|Directed by||Satyajit Ray|
|Produced by||Satyajit Ray|
|Screenplay by||Satyajit Ray|
|Based on||Short story Jalsaghar
by Tarashankar Bandopadhyay
Pinaki Sen Gupta
Ustad Waheed Khan
|Music by||Vilayat Khan|
|Editing by||Dulal Dutta|
|Distributed by||Contemporary Films (UK)
Edward Harrison (US)
|Running time||100 minutes|
Jalsaghar (Bengali: জলসাঘর Jalsāghar, "The Music Room") is the fourth feature film directed by Satyajit Ray. The shooting was done at Nimtita Raajbari, in Nimtita village, 10 kilometers from Murshidabad.
Jalsaghar is a narration of the end days of a zamindar in Bengal. The landlord, Roy (Chhabi Biswas), is a just but other-worldly man who loves to spend time listening to music and putting up spectacles rather than managing his fields ravaged by floods and the abolition of zamindari system by the Indian government. He is challenged by a commoner who has attained riches through business dealings, in putting up spectacles and organizing music fests. This is the tale of a zamindar who has nothing left but respect and sacrifices his family and wealth trying to retain it.
- Chhabi Biswas - Biswambhar Roy
- Padma Devi - Mahamaya, Roy's wife
- Pinaki Sen Gupta - Khoka, Roy's son
- Gangapada Bose - Mahim Ganguly, Neighbour
- Tulsi Lahari - Manager of Roy's estate
- Kali Sarkar - Ananta, Roy's servant
- Ustad Waheed Khan - Ustad Ujir Khan, Singer
- Roshan Kumari - Krishna Bai, The dancer
- Begum Akhtar - Durga Bai, Singer
- Music & Dance performances
- (On screen) - Begum Akhtar, Roshan Kumari, Ustad Waheed Khan, Bismillah Khan
- (Off screen) - Dakhshinamohan Thakur, Ashish Kumar, Robin Mazumdar, Imrat Khan
Jalsaghar was based on a popular short story written by Bengali writer Tarasankar Bandyopadhyay. After the box office failure of Aparajito, Ray desperately needed a hit film and decided to make a film based on both a popular piece of literature and a film that would incorporate popular Indian music. It was the first film to extensively incorporate classical Indian music and dancing. Ray began shooting in May 1957.
While in pre-production, Ray and his crew had difficulty finding a suitable location for Biswambhar Roy's palace. By chance they met a man who recommended the palace of Roy Chowdhurys in Nimtita, known as the Nimtita Rajbari and Ray decided to scout the location. To his surprise the palace was not only perfect for the film but just so happened to have once belonged to Upendra Narayan, whom Bandopadhyay had based his main character on when first writing the short story. Ray worked closely with composer Ustad Vilayat Khan on the film, although he was initially uncertain about the composer's musical choices and had to convince Khan to make more sombre music pieces for the film.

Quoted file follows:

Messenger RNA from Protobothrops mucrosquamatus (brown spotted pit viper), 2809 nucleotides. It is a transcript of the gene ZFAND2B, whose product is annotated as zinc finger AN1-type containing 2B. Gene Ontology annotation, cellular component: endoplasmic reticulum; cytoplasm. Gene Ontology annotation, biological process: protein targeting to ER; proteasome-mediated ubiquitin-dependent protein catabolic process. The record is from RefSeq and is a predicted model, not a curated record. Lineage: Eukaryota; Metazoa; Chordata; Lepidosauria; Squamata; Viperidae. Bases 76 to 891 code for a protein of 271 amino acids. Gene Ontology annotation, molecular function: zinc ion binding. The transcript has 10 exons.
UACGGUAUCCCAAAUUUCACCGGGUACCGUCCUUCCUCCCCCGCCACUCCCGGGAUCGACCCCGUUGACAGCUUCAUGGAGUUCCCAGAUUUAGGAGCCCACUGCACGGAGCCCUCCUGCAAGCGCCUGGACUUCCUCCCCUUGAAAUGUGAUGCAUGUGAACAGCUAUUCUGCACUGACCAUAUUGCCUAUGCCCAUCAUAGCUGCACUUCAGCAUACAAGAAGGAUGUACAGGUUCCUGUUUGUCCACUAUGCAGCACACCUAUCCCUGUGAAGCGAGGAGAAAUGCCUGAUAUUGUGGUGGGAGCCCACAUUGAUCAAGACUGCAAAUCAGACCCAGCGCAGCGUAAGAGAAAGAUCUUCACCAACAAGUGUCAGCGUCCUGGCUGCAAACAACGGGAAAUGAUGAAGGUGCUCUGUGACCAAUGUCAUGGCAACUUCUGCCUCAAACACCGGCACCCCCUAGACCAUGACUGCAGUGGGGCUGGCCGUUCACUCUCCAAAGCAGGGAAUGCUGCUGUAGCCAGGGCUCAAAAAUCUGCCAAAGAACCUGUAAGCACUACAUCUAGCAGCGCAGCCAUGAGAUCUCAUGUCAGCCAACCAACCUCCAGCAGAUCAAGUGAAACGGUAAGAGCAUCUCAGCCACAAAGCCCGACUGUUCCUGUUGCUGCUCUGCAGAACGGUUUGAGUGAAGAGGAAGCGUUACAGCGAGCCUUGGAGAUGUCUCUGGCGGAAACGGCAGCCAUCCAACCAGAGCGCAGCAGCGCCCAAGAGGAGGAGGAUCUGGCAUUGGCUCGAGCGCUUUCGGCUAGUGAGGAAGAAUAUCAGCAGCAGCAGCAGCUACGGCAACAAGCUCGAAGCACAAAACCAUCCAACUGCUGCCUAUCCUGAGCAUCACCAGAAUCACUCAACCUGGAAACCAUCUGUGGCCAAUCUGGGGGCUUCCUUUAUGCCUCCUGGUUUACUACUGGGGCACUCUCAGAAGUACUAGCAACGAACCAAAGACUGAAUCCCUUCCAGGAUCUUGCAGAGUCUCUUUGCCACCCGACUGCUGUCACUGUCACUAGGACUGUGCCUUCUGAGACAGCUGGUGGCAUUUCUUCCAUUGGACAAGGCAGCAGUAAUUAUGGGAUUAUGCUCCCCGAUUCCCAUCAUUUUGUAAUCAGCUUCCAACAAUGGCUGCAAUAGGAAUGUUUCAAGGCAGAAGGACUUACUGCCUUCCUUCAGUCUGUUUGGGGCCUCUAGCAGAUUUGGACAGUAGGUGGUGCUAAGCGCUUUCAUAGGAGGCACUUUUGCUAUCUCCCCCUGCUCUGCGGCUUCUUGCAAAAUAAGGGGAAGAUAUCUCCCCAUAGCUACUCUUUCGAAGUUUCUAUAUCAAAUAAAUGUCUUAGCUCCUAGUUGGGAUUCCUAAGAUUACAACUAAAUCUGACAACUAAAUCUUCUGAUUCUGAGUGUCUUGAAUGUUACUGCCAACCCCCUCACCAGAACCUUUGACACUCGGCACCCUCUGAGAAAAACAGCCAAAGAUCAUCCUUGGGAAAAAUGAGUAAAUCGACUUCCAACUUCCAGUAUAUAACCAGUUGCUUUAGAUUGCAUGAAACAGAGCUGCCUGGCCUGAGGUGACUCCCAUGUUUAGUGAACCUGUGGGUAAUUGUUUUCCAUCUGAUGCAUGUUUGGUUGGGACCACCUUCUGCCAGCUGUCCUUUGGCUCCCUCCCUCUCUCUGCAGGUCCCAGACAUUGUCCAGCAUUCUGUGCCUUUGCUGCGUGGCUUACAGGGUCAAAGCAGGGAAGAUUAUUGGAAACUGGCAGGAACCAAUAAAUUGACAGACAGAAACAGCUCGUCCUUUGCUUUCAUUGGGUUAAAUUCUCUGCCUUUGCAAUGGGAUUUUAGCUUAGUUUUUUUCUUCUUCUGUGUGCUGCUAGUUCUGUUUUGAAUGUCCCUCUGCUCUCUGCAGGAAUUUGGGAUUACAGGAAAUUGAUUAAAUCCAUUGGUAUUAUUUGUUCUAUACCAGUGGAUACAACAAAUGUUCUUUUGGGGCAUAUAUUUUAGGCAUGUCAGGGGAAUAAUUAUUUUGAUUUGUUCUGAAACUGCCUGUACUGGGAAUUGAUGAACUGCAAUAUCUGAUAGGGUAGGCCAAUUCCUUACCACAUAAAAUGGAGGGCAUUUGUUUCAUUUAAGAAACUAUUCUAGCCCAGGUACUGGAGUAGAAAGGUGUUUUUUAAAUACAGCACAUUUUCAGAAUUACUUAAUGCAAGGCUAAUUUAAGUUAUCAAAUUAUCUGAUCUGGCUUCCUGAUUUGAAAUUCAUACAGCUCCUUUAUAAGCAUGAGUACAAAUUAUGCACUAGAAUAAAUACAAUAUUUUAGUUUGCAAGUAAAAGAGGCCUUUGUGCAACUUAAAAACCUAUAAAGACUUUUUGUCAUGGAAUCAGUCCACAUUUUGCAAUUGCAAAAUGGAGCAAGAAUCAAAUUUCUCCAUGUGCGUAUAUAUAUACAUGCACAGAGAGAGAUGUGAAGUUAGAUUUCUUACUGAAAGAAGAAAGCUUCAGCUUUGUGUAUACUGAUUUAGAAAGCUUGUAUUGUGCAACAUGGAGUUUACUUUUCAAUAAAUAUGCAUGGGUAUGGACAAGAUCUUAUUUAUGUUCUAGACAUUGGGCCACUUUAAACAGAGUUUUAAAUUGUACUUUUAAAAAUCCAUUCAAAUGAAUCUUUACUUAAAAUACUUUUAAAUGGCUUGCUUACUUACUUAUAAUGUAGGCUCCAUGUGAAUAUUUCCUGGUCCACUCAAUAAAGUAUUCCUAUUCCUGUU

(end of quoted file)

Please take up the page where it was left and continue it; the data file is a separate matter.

Although the film received mostly poor reviews in India, it received the Presidential Award in New Delhi for best film. When the film was gradually released in Europe and the US in the early 1960s it became a critical and financial hit and helped establish Ray's international reputation, although Ray said that in 1958 he did not think that the film would be successful in foreign markets. New Statesman film critic John Coleman compared Ray to Jean Renoir and Marie Seton said that the film "challenged the whole convention of songs and dances in India cinema. Audiences...conditioned to the introduction of songs and dances as entertainment interludes and [as] dramatic and romantic stresses, had never before been confronted with...classical singing and dancing as integral focal points of realistic sequences." John Russell Taylor said that the film was "one of Ray's most masterly films, exquisitely photographed and directed with a complete, unquestioning mastery of mood...For those willing to place themselves under its hypnotic spell it offers pleasures of unique delicacy." In 1963 Bosley Crowther praised the "delicacy of direction...[and] eloquence of Indian music and the aurora of mise en scène." However, that same year Stanley Kauffman criticized the film, calling it "a deeply felt, extremely tedious film...the Indian music is simply uncongenial and tiresome to our ears." In 1965 Derek Malcolm called it Ray's "most perfect film." When the film was released in Paris in 1981 is was a surprise hit and led many French critics to adopt a new appreciation for Ray that had not been common in France up to that time.
- 1959 - All India Certificate of Merit for the Second Best Feature Film
- 1959 - National Film Award for Second Best Feature Film in Bengali
- Robinson, Arthur. Satyajit Ray: The Inner Eye. Los Angeles: University of California Press. 1989. ISBN 0-520-06905-6. pp. 115.
- Robinson. pp. 115-116.
- Robinson. pp. 116.
- Wakeman, John. World Film Directors, Volume 2. The H. W. Wilson Company. 1988. 842-843.
- Robinson. pp. 113.
- Wakeman. pp. 842-843.
- Wakeman. pp. 843.
- "6th National Film Awards". International Film Festival of India. Retrieved September 3, 2011.
- "1st Moscow International Film Festival (1959)". MIFF. Retrieved 2012-10-29.
- "The Music Room". The Criterion Collection.
- Jalsaghar at the Internet Movie Database
- The Criterion Collection
- Criterion Collection Essay by Philip Kemp